The bizarre story of a New Jersey man who collected Social Security benefits from his deceased great aunt is a rare occurrence of theft and fraud.
Lance Nelson, 56, pleaded guilty in federal court this week to collecting approximately $185,000 over 18 years. He faces up to 10 years in prison and a $250,000 fine when he is sentenced in April.
Nelson and his aunt had a joint account at the time of her death in 1998.
"The Social Security Administration (SSA) has a data base to track these things," says Andrew Biggs, a former SSA deputy commissioner now with the American Enterprise Institute. "They get information from funeral homes, from hospitals, from state governments. Then they know the person is dead and they stop making payments to the person."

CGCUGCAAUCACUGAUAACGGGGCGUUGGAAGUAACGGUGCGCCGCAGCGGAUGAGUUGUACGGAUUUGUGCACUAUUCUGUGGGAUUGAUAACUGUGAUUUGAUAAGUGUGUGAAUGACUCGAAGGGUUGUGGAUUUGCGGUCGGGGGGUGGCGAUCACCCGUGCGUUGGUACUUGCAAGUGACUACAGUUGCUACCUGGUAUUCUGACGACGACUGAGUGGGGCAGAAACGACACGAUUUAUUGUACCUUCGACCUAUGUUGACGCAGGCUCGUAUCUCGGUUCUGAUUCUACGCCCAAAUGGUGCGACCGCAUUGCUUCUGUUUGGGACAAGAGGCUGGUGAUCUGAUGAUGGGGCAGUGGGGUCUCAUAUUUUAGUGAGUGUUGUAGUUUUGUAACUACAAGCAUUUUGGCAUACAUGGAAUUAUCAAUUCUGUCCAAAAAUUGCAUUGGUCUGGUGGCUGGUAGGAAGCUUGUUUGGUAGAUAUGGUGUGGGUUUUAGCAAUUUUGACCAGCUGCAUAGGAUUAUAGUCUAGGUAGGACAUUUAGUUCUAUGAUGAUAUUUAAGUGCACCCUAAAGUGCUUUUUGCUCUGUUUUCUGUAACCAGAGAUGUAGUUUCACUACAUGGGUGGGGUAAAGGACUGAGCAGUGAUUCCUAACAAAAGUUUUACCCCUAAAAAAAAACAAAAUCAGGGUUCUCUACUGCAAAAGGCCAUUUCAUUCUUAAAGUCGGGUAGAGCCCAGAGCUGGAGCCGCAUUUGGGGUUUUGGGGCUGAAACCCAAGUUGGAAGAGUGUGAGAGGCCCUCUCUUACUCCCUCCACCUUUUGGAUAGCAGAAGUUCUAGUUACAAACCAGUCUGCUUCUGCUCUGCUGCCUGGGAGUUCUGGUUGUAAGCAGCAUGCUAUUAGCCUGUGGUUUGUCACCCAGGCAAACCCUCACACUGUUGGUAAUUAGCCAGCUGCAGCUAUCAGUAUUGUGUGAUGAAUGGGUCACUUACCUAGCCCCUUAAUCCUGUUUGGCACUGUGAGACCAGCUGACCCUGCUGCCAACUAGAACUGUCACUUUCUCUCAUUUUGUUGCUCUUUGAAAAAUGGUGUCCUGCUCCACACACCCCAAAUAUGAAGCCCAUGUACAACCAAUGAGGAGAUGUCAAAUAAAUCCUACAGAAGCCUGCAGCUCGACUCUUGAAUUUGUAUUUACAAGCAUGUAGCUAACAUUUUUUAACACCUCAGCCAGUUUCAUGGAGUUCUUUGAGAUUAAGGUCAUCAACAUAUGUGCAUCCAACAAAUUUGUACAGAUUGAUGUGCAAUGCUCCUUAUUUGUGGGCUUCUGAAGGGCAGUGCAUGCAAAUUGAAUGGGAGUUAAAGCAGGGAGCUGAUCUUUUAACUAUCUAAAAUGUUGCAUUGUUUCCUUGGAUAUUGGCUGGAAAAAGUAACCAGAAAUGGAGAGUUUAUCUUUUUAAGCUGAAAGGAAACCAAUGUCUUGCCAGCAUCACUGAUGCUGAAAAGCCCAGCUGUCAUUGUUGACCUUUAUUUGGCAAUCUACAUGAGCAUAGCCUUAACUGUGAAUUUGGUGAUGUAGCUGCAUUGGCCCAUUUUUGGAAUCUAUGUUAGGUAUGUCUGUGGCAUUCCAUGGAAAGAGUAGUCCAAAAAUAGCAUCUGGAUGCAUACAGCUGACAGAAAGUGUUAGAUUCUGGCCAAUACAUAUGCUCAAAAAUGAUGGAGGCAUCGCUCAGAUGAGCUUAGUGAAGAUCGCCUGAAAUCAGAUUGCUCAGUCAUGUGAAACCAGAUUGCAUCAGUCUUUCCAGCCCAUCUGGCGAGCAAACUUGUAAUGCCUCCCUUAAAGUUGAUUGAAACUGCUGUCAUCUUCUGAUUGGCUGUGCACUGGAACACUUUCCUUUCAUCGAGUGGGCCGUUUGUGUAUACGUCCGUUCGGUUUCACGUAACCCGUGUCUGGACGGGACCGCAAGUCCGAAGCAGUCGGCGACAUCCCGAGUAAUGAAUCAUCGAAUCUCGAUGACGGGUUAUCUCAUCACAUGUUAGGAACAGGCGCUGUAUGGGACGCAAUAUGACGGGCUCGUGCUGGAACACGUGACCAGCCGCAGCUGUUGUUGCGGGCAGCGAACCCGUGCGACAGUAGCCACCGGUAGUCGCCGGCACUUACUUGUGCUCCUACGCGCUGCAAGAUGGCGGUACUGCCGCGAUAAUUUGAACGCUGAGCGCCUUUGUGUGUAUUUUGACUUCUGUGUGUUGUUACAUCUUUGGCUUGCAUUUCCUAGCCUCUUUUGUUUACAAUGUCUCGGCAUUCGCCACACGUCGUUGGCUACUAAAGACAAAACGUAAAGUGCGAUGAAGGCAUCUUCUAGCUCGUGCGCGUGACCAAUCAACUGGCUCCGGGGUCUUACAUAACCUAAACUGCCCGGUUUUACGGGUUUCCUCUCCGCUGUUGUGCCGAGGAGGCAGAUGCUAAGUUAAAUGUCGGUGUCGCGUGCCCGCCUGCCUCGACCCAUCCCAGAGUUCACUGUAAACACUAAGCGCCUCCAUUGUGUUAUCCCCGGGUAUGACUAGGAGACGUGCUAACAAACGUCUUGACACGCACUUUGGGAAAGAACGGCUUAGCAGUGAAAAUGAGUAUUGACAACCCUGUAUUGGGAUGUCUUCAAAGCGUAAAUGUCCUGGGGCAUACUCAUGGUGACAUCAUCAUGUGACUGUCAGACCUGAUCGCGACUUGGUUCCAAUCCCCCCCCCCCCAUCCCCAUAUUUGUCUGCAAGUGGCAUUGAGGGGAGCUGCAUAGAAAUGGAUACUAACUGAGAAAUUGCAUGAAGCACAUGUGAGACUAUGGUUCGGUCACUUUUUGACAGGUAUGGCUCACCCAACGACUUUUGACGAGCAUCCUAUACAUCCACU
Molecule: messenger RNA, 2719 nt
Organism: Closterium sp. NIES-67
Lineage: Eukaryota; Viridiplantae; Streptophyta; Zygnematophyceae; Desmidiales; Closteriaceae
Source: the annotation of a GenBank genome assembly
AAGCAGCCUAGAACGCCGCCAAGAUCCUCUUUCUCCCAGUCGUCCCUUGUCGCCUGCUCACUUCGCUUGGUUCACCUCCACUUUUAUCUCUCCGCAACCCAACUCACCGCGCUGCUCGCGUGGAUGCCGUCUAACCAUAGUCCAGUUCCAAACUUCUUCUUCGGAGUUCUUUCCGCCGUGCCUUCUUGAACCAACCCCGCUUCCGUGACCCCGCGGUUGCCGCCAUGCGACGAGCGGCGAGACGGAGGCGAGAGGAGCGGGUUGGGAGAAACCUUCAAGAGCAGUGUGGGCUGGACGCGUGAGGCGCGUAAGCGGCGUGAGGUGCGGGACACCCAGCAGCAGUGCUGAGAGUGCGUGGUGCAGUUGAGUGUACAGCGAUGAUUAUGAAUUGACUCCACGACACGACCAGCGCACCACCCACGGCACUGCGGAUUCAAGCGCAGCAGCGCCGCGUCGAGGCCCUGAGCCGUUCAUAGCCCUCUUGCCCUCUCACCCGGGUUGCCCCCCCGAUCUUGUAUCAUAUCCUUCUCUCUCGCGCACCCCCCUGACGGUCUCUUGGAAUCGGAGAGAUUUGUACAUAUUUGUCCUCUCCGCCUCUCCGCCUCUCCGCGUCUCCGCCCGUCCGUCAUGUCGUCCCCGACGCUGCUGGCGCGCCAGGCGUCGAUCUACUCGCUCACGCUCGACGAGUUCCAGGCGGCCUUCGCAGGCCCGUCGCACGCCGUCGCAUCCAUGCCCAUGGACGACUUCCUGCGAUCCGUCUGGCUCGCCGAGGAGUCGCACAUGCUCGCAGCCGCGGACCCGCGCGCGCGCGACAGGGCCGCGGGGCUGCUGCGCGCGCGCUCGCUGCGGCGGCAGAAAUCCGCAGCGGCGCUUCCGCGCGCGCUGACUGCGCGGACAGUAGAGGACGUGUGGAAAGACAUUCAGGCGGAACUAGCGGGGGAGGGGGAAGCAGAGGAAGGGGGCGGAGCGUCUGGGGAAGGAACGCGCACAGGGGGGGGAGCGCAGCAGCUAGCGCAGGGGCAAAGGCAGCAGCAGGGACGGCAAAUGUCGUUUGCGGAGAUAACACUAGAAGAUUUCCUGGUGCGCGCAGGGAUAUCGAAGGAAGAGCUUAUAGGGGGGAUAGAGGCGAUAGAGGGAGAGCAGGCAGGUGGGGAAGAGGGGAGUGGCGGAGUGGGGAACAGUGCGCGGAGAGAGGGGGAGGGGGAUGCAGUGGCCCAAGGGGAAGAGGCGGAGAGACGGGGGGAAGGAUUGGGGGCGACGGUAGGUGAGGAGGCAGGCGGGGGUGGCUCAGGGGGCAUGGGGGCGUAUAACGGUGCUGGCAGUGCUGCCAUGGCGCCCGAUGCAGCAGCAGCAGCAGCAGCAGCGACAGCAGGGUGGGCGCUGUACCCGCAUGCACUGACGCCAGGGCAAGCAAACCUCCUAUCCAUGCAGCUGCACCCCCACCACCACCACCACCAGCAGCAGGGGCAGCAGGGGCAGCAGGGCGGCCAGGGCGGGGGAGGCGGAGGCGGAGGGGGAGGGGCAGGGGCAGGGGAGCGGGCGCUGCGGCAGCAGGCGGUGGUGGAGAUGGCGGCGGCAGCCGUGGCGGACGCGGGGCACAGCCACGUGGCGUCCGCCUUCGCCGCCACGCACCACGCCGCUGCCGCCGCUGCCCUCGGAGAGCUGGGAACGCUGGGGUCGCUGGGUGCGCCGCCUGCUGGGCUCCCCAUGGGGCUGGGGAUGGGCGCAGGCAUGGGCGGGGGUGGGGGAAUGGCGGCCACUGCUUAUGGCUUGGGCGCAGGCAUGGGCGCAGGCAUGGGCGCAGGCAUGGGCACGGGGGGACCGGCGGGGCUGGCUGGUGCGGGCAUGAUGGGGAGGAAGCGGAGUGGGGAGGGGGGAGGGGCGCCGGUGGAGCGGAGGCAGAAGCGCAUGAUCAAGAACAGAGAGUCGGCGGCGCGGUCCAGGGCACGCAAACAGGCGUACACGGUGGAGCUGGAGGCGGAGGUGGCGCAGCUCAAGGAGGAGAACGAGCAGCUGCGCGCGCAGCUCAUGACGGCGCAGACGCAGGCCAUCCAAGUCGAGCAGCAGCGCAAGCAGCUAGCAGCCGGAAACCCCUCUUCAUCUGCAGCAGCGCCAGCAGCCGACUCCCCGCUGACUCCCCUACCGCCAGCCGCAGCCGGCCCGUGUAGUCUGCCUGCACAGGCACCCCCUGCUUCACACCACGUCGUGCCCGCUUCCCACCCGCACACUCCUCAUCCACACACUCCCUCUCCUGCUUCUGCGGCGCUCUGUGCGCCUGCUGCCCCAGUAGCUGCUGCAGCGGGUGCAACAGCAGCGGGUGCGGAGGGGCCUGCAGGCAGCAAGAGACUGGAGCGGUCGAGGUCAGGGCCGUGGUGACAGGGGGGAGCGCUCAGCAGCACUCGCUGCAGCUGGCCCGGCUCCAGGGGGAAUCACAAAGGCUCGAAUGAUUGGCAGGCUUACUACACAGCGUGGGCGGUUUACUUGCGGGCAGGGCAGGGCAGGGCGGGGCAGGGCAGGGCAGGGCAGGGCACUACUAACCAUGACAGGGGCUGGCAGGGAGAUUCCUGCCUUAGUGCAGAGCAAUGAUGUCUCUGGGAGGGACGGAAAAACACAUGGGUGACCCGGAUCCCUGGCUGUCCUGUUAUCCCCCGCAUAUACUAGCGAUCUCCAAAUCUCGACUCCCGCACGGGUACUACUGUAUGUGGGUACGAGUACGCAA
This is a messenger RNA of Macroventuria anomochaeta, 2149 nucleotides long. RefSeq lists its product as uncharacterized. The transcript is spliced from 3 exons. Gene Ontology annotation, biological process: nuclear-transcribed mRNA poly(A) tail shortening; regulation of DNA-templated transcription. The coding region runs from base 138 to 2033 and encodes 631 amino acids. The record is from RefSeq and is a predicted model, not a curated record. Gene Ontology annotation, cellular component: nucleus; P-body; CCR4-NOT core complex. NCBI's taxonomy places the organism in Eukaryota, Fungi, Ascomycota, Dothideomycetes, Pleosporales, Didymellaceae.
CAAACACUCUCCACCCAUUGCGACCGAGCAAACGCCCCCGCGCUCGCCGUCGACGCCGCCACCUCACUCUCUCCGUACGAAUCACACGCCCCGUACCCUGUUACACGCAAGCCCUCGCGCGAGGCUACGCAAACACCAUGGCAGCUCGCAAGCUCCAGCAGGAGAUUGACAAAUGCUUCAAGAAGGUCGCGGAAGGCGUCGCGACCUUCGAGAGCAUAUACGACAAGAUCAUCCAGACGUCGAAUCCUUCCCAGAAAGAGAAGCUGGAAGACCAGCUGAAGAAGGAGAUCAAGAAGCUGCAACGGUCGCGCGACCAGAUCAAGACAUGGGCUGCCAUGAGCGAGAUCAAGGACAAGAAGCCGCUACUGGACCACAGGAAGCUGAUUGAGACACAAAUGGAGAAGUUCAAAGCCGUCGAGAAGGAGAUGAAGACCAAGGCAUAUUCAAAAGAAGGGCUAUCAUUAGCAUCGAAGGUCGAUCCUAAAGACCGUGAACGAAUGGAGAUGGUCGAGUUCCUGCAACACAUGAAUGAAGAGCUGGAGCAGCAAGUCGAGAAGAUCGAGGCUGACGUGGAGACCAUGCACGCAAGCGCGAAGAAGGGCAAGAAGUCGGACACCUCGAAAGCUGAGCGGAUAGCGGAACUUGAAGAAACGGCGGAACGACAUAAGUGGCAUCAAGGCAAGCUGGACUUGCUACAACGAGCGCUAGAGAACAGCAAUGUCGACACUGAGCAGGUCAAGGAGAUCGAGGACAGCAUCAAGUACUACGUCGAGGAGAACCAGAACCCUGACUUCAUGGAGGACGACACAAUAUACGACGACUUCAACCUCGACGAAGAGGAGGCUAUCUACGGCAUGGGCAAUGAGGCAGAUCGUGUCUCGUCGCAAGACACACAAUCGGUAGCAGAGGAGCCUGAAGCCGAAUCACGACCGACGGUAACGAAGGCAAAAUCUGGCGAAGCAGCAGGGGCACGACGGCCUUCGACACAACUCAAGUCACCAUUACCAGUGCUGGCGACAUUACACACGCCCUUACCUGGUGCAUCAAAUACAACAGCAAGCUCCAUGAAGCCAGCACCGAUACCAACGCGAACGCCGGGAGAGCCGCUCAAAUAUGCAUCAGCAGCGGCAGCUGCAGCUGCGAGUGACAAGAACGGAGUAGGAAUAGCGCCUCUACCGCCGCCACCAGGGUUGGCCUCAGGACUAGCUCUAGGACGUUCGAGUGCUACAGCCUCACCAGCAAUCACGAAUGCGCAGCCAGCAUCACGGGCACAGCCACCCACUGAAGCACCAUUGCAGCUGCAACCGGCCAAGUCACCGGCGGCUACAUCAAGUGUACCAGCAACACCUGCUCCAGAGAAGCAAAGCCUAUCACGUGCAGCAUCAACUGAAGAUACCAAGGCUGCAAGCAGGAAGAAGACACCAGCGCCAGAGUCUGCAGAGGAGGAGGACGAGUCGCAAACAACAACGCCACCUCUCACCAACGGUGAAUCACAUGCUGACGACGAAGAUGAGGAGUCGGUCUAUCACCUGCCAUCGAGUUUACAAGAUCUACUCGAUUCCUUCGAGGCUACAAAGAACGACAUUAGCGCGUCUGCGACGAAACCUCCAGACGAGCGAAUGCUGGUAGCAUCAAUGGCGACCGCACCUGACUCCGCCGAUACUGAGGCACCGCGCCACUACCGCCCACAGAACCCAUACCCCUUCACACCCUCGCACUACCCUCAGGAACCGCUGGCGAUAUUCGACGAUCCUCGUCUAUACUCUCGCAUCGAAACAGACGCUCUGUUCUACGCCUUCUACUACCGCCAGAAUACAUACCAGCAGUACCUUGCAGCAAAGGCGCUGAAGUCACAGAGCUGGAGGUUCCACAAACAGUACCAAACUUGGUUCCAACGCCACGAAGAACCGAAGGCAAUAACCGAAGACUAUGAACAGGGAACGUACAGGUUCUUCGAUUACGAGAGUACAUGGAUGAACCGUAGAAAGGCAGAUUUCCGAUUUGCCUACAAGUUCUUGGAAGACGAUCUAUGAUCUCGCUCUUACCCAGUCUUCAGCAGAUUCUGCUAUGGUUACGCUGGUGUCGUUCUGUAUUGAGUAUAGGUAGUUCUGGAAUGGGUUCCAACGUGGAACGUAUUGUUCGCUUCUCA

But when a person does not report the death of a spouse or relative, he says, someone such as Nelson can take advantage of a direct deposit to defraud the federal government.
"In a certain number of cases like this, what happens - and this is a little bit gruesome - is that somebody passes away and essentially they don't bury the person," he says. "They bury them in the backyard or put them in the freezer or something like that. And so there is nothing to report to the SSA and Social Security to a certain degree will just keep paying the check."
Biggs says the SSA will attempt to recover the stolen money but in many cases the money has been spent by the thief.
"They don't have an enormous amount of resources to go after," he says, "but the agency will make efforts to get that money back."